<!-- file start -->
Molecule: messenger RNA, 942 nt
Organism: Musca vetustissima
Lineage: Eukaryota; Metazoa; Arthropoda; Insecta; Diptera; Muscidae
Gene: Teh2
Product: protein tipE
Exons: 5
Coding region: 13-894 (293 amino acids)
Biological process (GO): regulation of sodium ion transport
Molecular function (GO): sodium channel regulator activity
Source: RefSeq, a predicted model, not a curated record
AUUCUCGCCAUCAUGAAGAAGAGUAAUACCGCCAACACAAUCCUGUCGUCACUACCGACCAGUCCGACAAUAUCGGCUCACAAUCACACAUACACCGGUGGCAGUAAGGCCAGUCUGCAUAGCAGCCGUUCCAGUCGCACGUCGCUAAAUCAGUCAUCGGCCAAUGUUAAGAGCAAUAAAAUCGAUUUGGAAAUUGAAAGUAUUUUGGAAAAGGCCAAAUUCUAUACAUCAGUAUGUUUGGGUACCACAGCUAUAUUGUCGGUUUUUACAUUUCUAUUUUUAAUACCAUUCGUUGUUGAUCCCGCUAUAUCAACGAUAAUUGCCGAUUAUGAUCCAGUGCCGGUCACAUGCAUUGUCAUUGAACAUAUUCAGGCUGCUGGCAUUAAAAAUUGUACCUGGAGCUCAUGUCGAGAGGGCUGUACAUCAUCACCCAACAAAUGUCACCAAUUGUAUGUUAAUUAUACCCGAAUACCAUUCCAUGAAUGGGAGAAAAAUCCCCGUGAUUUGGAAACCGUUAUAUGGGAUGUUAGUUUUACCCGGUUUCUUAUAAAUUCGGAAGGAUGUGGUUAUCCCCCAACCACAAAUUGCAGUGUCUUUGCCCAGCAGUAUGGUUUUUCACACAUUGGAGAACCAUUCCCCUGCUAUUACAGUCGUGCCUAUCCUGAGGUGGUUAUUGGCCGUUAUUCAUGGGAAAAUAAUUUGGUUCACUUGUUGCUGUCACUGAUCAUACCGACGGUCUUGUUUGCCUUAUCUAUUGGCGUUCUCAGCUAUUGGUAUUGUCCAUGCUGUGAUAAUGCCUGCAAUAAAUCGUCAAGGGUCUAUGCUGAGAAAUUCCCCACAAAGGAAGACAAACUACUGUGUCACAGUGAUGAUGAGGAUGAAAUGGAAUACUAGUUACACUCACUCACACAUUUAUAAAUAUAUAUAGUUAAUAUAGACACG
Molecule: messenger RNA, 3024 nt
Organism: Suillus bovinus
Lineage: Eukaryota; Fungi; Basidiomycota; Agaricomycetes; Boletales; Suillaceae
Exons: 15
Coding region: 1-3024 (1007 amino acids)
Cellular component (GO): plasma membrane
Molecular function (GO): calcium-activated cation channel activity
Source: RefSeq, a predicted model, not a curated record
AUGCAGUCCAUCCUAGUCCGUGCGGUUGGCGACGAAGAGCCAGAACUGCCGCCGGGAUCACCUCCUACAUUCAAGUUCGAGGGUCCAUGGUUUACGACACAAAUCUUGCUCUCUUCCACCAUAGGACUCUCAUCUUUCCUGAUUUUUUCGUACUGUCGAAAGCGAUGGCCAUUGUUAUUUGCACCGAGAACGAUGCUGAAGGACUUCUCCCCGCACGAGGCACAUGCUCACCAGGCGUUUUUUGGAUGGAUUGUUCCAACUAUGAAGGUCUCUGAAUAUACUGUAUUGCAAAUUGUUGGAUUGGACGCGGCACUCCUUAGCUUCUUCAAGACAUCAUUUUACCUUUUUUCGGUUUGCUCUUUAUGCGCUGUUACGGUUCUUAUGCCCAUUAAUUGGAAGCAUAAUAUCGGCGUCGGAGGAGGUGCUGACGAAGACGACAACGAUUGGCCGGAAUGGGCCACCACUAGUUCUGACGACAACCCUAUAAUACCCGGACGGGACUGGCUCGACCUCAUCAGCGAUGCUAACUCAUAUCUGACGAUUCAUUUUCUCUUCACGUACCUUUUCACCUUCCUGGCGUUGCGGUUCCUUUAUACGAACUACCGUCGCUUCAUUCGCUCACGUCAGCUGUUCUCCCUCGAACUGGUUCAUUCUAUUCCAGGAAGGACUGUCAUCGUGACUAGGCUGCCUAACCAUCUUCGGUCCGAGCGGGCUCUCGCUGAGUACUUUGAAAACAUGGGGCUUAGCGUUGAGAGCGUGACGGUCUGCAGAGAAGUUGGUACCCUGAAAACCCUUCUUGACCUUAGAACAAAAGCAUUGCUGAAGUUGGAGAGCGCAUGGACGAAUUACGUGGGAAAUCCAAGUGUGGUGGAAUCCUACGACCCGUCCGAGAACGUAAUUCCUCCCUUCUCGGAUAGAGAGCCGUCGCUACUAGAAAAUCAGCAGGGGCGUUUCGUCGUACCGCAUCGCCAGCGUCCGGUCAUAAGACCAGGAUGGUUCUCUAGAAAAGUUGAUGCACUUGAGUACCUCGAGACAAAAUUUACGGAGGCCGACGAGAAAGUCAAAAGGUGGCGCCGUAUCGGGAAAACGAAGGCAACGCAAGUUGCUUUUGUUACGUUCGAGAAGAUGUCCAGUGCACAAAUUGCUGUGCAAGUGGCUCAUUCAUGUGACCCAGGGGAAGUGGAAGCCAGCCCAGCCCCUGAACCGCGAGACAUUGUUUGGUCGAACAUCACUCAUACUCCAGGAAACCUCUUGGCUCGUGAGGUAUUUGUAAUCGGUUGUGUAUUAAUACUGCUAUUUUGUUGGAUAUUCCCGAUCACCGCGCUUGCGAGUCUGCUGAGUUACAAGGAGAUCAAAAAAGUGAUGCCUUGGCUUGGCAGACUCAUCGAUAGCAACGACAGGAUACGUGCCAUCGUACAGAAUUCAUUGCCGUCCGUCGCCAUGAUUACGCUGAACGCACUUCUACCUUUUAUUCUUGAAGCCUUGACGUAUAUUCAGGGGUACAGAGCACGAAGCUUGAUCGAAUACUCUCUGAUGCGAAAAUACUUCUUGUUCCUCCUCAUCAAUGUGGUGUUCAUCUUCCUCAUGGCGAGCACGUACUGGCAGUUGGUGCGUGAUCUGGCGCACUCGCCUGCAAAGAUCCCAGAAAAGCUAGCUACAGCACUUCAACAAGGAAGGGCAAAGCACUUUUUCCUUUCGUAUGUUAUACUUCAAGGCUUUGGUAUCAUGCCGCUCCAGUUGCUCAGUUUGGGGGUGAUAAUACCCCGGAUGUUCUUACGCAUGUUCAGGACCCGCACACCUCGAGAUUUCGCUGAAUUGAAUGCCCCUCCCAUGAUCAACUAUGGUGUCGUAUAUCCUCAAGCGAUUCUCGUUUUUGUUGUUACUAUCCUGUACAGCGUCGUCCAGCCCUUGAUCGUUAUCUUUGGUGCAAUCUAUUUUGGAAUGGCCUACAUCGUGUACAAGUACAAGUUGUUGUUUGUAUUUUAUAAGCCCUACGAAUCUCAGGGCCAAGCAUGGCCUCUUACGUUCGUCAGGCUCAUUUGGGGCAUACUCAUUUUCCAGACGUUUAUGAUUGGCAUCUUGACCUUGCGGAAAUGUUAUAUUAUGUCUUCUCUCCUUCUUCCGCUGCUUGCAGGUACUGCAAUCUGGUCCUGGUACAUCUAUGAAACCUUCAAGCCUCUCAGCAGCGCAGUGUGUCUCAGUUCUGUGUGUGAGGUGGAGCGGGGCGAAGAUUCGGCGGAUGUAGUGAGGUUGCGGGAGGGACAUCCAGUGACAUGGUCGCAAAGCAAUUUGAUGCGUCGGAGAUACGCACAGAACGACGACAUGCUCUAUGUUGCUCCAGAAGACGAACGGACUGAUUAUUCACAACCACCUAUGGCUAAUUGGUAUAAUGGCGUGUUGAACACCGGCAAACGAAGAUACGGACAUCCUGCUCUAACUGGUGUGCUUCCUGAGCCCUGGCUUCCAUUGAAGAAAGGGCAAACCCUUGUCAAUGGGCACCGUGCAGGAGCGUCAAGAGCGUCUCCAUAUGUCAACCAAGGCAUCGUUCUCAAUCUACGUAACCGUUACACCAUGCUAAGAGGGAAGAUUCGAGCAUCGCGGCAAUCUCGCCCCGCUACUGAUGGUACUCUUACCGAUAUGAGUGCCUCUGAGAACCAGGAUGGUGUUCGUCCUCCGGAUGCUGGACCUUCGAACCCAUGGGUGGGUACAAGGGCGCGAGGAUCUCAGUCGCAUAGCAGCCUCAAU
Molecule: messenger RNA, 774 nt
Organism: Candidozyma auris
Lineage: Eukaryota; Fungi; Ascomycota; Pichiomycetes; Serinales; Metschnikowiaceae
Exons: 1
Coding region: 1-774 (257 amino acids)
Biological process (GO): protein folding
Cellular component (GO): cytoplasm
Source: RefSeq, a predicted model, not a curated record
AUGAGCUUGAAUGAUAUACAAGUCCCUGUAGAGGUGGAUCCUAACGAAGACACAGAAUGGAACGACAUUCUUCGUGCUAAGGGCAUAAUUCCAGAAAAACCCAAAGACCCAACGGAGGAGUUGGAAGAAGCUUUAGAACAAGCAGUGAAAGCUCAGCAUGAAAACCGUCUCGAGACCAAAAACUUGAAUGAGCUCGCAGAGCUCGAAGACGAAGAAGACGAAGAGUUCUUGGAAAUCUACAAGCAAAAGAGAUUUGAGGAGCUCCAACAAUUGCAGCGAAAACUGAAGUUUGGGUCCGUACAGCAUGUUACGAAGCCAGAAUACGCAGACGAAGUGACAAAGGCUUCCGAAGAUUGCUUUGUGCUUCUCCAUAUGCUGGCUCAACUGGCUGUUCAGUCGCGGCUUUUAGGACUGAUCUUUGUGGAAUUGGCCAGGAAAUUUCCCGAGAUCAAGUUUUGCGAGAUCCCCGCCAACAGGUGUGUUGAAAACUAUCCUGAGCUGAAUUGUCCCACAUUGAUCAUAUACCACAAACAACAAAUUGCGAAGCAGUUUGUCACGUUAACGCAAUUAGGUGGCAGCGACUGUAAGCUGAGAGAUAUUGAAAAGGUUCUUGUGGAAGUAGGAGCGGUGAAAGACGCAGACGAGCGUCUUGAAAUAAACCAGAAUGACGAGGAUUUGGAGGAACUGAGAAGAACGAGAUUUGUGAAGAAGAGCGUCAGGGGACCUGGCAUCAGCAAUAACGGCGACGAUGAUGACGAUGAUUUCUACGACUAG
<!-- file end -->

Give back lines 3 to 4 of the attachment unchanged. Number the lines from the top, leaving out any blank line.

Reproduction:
Lineage: Eukaryota; Metazoa; Arthropoda; Insecta; Diptera; Muscidae
Gene: Teh2